In March of 2022, curators Genji Amino and Christina Hiromi Hobbs opened the show “No Monument” at the Noguchi Museum in New York, on the eightieth anniversary of Executive Order 9066, which consigned Japanese Americans to incarceration during World World II. The incarceration was not only a national, but a transnational carceral project, as Canada and several Latin American countries also orchestrated and participated in the incarceration. My talk begins with the art of this exhibition, which draws attention to the aesthetic afterlife and contemporary resonance of borders, securitization and incarceration and the struggle against them, showing how the political and the aesthetic are bound up with each other — entangled. Against the limits of monumentalization, either of historical trauma figured as the past in a racial liberal telos, or of the biographical subject, my talk focuses on the remarkable life of civil rights, queer and AIDS activist Kiyoshi Kuromiya. Kuromiya was born at Heart Mountain incarceration camp in 1943, in Wyoming, was radicalized and became a junior partner in the Black freedom struggle. As a college student at the University of Pennsylvania Kuromiya attended the Freedom Rides in 1962 in Maryland and was brutally beaten alongside SNCC student activists during the Selma to Montgomery march in Alabama. Martin Luther King Jr’s political philosophy and political theology left an indelible imprint on him and he continued to put his body on the line as a participant in the Civil Rights Movement, in solidarity with Black Power, Revolutionary Action Movement and the Panther Party, the homophile movement in the 1960s, the Philadelphia Gay Liberation Front in the 1970s, and AIDS activist movements from the 1980s to the end of his life.
I argue that abolition — from closets to cages — precedes and exceeds his individuated life and is the thread that sutures together his participation in these social movements, which are so often historicized as discrete. Hence the biography is as much about the multitude of social movements Kuromiya was a part of as it is about the singularity of his life and legacy.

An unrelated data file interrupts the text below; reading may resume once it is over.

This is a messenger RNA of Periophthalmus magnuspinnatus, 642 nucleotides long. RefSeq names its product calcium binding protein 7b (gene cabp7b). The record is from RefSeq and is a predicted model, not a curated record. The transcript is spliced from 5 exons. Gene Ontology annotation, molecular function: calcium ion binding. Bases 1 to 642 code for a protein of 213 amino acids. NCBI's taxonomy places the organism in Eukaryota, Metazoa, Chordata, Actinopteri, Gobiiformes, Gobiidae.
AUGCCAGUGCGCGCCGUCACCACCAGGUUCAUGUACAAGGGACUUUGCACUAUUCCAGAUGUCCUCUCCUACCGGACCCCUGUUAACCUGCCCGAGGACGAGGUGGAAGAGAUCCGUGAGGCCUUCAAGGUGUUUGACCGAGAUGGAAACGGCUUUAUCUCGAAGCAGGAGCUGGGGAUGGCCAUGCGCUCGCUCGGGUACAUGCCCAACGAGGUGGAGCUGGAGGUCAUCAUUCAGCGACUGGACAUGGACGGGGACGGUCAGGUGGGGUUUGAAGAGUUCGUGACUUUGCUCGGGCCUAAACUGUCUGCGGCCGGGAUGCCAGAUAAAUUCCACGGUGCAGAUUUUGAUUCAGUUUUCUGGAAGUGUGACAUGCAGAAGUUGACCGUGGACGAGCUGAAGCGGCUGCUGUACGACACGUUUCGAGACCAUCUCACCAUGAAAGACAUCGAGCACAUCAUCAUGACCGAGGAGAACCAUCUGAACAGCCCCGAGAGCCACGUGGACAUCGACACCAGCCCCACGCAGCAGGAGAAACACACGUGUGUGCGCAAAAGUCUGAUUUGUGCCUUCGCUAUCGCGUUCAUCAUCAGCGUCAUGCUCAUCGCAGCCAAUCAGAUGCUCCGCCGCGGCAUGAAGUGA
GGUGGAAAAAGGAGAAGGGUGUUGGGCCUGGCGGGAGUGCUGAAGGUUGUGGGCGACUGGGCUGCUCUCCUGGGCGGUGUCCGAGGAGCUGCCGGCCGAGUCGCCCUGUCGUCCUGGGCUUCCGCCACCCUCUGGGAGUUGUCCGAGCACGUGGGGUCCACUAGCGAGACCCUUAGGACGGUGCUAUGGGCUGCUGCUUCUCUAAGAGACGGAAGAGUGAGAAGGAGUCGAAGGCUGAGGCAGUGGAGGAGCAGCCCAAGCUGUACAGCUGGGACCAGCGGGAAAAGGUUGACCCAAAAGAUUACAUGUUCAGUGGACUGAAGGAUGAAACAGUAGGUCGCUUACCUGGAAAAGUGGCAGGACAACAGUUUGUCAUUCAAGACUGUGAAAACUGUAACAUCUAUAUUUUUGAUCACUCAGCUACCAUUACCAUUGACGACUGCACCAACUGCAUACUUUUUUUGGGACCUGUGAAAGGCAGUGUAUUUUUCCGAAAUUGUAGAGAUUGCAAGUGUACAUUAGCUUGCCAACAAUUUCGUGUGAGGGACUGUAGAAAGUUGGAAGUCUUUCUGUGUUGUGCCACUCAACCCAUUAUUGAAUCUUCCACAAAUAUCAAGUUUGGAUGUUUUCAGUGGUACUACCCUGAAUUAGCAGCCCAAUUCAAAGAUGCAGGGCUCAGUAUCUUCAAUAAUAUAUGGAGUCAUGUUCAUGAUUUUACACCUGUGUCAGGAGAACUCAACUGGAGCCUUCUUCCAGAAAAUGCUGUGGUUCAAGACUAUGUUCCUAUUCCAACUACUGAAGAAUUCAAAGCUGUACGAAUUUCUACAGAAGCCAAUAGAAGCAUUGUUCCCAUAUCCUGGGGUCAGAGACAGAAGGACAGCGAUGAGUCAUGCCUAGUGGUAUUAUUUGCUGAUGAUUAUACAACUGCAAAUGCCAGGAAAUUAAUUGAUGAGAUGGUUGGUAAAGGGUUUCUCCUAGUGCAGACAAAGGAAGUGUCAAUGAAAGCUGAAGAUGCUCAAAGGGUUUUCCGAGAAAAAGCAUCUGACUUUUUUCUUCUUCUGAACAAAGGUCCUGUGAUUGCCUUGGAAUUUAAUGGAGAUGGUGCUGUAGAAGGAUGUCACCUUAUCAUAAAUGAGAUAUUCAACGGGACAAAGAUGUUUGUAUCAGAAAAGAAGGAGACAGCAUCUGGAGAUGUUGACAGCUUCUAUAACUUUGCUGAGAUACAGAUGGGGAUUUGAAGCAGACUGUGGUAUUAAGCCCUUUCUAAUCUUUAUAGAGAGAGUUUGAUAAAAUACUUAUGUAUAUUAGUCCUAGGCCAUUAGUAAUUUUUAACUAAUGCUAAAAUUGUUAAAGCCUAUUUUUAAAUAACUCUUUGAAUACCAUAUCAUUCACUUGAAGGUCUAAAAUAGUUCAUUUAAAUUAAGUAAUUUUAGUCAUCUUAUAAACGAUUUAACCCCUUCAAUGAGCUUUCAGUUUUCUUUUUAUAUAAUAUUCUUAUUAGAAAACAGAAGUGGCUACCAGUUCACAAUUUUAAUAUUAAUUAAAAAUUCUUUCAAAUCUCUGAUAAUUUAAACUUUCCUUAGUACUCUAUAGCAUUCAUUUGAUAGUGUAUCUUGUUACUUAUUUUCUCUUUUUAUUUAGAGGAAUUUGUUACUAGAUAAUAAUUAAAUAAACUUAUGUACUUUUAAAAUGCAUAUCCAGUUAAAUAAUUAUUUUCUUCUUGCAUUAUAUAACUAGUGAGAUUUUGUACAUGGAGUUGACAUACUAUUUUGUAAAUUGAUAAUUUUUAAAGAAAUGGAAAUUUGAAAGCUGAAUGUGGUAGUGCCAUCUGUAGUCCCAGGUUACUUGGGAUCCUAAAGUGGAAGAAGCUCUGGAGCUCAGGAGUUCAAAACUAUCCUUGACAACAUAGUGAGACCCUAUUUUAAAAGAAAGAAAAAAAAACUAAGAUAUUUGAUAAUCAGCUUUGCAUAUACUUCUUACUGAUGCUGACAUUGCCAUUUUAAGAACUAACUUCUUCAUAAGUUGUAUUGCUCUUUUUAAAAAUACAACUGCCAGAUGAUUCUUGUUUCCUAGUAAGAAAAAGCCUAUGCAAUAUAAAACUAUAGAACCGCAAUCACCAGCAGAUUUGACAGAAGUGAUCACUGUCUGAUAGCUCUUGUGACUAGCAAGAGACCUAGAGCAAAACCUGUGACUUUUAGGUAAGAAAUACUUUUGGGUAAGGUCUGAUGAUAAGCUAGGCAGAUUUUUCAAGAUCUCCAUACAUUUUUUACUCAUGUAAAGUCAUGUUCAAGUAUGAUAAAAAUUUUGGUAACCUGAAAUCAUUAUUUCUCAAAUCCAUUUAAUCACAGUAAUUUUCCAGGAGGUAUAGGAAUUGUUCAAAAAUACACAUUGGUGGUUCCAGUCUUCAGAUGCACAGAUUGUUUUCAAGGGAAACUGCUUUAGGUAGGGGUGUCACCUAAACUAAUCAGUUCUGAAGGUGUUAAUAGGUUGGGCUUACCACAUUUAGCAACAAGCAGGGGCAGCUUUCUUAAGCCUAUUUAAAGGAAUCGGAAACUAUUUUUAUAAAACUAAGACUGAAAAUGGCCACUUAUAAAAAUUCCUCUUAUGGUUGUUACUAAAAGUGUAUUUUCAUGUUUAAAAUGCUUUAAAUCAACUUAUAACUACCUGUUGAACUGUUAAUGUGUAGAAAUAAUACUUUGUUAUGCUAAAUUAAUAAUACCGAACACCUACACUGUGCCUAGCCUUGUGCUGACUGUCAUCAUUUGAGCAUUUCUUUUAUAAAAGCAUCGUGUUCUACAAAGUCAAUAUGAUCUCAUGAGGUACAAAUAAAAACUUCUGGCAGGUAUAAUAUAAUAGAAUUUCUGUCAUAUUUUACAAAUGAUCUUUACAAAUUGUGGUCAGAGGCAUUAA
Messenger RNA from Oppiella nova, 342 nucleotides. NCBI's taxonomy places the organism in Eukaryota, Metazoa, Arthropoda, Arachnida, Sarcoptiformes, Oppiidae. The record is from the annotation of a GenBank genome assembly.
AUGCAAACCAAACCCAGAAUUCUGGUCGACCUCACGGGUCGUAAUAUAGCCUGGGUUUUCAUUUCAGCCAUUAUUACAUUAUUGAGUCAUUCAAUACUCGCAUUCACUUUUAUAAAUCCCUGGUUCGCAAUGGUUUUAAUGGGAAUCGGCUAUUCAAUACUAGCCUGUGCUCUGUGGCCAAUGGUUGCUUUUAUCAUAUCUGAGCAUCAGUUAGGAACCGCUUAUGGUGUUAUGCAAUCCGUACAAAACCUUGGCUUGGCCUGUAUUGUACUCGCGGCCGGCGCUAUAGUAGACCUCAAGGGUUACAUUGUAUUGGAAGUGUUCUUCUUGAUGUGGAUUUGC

Kuromiya spent years as a close collaborator and “adjuvant” of Buckminster Fuller, co-authoring Critical Path and editing his works. I examine how Kuromiya radicalized and democratized Fuller’s techno futurism, through the early use of the internet for HIV/AIDS activism — including incarcerated activism and how he simultaneously extends Fuller’s legacy as well by posthumously editing and publishing his books as his “adjuvant.” I discuss how HIV/AIDS lies at the nexus of anti-blackness, racial capitalism and the carceral state. I unpack how HIV is entangled with the “scramble for Africa” and how both the history and etiology of HIV/AIDS are mediated by colonialism. I situate Black queer and trans AIDS activism within the larger context of the Black radical tradition. I show how the Black AIDS activist struggle is part of a longer trajectory of insurgent resistance to the ongoing violence of premature death and how the story of ACT UP Philadelphia, which Kuromiya helped to create, dramatizes this political genealogy. Kuromiya’s story opens up questions about the politics of solidarity and I think through the import of his life and work for Asian American and Japanese American queer theory and studies, and AIDS cultural criticism.
Finally, I raise questions about the genre of biography itself and what possibilities might exist beyond the individuated self as the object of biography.